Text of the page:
Marie-Guillemine Benoist Portrait of a Negress
On the eve of the French Revolution, Marie-Guillemine Benoist was part of a small elite of young women painters who were soon able to follow the teaching of the great Neoclassicist master Jacques-Louis David. Having endured a difficult few years during the Reign of Terror that followed the French Revolution, Benoist's portrait of an Afro-Caribbean woman is a unique and idiosyncratic work of womanhood and empire, a contradictory piece full of the indecisions of a French nation that was hovering between imperial grandeur and humanist renaissance. Painted in 1800, just six years after the nation abolished slavery, the issue would have resonated with contemporary viewers due to the fact that Napoleon was being cajoled to restore slavery in return for the loyalty of various islands along the Caribbean slave route.
This splendid portrait depicts a real person, although nothing is known of the model. The artist did not know the name of this woman, who was most likely a domestic servant liberated from the bonds of forced labour some few years previously. Her gaze directly meets that of the viewer, her pose echoing that of several high-profile portraits painted by Benoist's tutor David, particularly his Portrait of Madame Récamier, painted that same year. David's style is also reflected in the bare background and the minimal use of accessories, as in the sculptural modelling of the physical form, the direct lighting and the distinct colors. To heighten the anachronous subject, Benoist highlights the racial difference by accentuating the black skin pigmentation against the light background and bright white fabric.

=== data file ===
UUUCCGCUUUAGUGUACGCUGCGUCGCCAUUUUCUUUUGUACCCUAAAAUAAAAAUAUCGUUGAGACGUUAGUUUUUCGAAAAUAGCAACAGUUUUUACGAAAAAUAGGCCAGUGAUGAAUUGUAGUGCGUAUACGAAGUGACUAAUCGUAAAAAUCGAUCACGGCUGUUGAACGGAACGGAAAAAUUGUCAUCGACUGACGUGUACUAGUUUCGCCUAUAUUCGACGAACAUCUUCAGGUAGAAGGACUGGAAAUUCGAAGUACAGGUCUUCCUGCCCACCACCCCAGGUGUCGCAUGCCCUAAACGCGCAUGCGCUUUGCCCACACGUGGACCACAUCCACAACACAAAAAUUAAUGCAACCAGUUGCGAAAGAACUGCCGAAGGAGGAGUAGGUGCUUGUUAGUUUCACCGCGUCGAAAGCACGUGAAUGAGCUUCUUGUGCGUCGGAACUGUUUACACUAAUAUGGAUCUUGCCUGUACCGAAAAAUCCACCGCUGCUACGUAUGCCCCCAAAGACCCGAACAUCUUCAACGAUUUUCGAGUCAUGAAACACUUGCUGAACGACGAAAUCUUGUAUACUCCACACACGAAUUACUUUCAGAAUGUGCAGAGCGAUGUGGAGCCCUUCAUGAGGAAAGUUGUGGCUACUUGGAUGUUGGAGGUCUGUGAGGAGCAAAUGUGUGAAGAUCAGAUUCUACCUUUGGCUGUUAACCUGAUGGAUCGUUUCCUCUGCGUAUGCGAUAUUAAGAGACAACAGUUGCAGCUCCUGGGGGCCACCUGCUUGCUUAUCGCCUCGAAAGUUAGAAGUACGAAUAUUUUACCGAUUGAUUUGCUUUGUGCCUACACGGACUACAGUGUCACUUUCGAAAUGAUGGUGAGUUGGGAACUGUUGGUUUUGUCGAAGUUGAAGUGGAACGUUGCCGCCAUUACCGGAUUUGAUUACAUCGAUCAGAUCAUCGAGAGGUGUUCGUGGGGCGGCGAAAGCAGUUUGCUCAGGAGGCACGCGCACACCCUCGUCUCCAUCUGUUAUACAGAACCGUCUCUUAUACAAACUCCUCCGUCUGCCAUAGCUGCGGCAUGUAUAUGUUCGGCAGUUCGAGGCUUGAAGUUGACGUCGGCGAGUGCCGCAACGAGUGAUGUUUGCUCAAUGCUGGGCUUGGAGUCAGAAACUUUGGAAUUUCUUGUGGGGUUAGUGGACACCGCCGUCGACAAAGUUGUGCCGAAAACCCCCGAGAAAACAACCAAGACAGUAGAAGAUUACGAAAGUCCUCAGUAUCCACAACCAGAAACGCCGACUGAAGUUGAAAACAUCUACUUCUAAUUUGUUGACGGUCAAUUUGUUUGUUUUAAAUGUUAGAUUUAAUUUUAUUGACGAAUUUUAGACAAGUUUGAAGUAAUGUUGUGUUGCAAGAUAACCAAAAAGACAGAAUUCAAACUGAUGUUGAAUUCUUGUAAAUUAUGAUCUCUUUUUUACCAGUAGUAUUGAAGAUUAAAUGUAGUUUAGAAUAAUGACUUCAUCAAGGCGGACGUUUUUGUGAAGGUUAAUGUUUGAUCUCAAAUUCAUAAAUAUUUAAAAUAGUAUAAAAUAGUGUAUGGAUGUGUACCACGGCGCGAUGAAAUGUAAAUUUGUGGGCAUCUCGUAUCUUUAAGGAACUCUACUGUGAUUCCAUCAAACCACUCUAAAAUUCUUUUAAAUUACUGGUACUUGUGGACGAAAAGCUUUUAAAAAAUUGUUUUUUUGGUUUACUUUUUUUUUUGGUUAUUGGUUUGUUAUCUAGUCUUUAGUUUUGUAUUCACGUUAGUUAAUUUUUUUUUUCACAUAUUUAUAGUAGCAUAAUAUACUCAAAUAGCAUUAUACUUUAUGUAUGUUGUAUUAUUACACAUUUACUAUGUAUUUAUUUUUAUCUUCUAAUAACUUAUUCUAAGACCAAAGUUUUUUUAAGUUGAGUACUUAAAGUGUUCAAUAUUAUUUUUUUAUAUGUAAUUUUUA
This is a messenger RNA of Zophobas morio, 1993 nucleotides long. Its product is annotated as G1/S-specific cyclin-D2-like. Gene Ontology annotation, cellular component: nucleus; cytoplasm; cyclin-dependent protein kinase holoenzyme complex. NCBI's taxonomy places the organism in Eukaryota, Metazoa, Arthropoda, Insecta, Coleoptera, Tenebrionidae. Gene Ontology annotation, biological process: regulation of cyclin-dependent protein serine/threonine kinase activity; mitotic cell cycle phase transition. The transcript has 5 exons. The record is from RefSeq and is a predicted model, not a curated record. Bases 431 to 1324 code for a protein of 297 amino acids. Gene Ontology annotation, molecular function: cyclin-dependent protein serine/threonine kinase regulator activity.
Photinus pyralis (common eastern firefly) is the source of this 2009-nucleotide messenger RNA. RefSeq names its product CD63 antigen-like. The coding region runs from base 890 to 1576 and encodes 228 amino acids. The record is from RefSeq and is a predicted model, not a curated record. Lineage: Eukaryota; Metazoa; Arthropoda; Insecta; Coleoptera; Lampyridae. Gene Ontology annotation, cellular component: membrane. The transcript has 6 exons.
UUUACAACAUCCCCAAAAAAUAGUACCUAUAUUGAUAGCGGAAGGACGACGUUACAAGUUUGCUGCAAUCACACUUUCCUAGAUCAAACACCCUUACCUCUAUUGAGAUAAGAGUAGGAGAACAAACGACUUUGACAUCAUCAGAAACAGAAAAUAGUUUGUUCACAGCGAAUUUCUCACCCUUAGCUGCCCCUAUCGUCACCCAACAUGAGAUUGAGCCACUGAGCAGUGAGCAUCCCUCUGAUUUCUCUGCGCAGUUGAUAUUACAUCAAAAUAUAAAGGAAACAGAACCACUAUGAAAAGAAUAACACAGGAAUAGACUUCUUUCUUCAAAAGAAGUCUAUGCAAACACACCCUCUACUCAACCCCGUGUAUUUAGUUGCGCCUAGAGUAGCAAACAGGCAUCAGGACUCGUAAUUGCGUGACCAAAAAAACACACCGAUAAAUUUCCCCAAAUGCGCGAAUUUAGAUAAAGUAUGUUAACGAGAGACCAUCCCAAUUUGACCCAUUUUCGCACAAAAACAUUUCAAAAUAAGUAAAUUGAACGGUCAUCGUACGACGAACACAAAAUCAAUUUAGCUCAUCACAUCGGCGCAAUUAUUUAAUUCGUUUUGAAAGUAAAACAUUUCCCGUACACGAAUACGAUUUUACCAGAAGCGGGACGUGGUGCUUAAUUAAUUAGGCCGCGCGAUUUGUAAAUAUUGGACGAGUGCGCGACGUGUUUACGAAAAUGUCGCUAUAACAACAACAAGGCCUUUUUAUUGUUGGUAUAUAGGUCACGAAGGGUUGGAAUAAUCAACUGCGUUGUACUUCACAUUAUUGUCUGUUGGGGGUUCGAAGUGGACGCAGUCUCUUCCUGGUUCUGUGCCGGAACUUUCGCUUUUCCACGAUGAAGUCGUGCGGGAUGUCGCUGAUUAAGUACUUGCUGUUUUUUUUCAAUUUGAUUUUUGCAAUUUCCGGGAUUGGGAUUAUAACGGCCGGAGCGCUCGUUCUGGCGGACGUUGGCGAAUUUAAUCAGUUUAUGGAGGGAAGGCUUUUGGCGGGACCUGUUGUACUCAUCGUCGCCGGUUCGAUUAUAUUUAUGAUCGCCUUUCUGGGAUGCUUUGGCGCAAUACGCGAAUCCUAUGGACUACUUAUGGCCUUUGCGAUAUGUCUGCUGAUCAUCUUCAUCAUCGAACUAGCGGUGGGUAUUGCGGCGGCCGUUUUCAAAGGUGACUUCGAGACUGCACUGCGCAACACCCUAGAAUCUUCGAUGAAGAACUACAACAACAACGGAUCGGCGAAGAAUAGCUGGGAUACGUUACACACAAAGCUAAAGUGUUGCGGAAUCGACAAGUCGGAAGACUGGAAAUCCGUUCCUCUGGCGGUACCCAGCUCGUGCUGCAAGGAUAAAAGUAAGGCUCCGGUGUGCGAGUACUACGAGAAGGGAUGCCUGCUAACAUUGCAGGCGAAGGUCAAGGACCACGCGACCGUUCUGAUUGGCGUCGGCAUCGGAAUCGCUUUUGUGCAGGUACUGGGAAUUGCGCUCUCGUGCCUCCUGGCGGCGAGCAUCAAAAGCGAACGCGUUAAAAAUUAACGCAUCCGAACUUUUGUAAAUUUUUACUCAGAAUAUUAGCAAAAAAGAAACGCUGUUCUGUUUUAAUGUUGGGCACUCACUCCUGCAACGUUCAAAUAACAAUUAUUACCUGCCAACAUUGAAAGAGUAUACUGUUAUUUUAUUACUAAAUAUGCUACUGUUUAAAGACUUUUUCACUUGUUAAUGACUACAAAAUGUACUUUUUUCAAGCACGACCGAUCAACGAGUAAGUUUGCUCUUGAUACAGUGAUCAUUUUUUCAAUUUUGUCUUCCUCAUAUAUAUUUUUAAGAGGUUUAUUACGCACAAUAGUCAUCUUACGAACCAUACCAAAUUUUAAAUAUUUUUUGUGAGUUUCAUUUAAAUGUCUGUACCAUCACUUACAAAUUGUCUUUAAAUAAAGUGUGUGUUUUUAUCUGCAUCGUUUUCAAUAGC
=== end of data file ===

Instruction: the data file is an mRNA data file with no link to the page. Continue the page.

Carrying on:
For many, Benoist's Portrait of a Negress is a promotion of the emancipatory promises that the French Republic bore for women and slaves, a reminder for the authorities to stick to their ethical guns. Her naked breast, arising from the pristine clean material, refers to the symbolic Marianne, the Revolutionary foster mother of the French people. A product of an emancipatory environment Benoist's silent but insistent plea for further reform did not meet the ears of the Emperor Napoleon whose colonial interests and overseas ambitions finally condemned French power in the Americas, and lost the battle for hearts and minds. The revolution failed and the French Empire fell, leading to a period of Orientalism and colonial oppression, yet Benoist's canvas is a testament to the hopes and dreams that pervaded that heady time of idealism and enthusiasm for the rights of man – and woman.
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